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Owners of closely held businesses sometimes need to advance their companies money to bridge a temporary downturn, provide extra cash flow for an expansion or major expense, or other purposes. Should you classify those advances as bona fide debt, additional paid-in capital or something in between? Under U.S. Generally Accepted Accounting Principles (GAAP), the answer depends on the facts and circumstances of the transaction.
The proper classification of shareholder advances is especially important when a company has more than one shareholder or unsecured bank loans. It’s also relevant for tax purposes, because advances classified as debt typically require imputed interest charges. However, the tax rules may not always sync with GAAP.
To further complicate matters, shareholders sometimes forgive loans or convert them to equity. Reporting these types of transactions can become complex when the fair value of the equity differs from the carrying value of the debt.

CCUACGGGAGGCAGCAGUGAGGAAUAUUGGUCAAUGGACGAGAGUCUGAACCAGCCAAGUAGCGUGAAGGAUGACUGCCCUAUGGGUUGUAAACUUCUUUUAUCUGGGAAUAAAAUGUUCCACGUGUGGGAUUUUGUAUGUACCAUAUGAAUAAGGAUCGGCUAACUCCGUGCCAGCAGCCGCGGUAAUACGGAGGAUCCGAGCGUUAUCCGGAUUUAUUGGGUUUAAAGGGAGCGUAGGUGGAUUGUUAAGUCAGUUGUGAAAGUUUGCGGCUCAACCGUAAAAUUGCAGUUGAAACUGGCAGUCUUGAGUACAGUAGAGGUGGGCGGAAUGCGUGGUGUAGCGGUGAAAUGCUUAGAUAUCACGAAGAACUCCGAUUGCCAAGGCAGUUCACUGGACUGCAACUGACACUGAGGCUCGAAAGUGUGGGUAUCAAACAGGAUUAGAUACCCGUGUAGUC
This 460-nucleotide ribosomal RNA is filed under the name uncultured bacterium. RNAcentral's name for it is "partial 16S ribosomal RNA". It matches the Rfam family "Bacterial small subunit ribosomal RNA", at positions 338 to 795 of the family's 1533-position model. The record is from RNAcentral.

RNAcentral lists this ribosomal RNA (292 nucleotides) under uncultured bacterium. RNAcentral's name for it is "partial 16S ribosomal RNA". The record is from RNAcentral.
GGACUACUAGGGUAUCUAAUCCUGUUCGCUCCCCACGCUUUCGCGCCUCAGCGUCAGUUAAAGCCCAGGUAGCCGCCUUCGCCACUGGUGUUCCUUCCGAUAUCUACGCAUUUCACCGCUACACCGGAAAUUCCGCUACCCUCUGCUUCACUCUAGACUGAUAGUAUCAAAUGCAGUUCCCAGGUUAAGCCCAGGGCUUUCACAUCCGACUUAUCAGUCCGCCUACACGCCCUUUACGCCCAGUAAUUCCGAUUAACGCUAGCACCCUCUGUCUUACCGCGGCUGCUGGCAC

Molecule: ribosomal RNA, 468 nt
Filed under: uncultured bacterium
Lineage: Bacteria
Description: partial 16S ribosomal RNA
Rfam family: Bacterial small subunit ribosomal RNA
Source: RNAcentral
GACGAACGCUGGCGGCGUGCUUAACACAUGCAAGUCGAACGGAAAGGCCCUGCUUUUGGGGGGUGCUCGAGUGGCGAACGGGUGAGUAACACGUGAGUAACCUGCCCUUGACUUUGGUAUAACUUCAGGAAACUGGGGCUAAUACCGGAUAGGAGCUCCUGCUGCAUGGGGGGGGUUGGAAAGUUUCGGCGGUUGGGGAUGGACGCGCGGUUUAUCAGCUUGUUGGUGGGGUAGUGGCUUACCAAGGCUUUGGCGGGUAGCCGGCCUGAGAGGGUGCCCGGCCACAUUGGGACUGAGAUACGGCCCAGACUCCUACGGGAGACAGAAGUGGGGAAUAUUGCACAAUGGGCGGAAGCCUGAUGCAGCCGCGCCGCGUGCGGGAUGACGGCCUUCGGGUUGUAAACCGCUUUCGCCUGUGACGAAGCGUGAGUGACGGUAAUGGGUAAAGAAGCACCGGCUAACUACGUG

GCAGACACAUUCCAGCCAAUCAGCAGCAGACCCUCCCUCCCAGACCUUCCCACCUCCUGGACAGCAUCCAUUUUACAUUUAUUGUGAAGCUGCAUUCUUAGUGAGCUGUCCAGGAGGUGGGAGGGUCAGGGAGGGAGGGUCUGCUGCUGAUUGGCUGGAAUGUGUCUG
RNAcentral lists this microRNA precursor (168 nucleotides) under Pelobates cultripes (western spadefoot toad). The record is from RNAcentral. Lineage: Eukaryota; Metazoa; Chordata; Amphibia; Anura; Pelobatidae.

When deciding how to classify shareholder advances, it’s important to consider the economic substance of the transaction over its form. Some factors to consider when classifying these transactions include:
With shareholder advances, disclosures are key. Under GAAP, you’re required to describe any related-party transactions, including the magnitude and specific line items in the financial statements that are affected. Numerous related-party transactions may necessitate the use of a tabular format to make the footnotes to the financial statements reader friendly.
Shareholder advances present financial reporting challenges that can’t be fixed with a one-size-fits-all solution. We can help you address the challenges based on the nature of your transactions and adequately disclose these transactions in your financial statement footnotes. For assistance, contact our international tax advisors at Moore Stephens Doeren Mayhew today.
This article is a reprint from Moore Stephens Doeren Mayhew’s GlobalVIEW.
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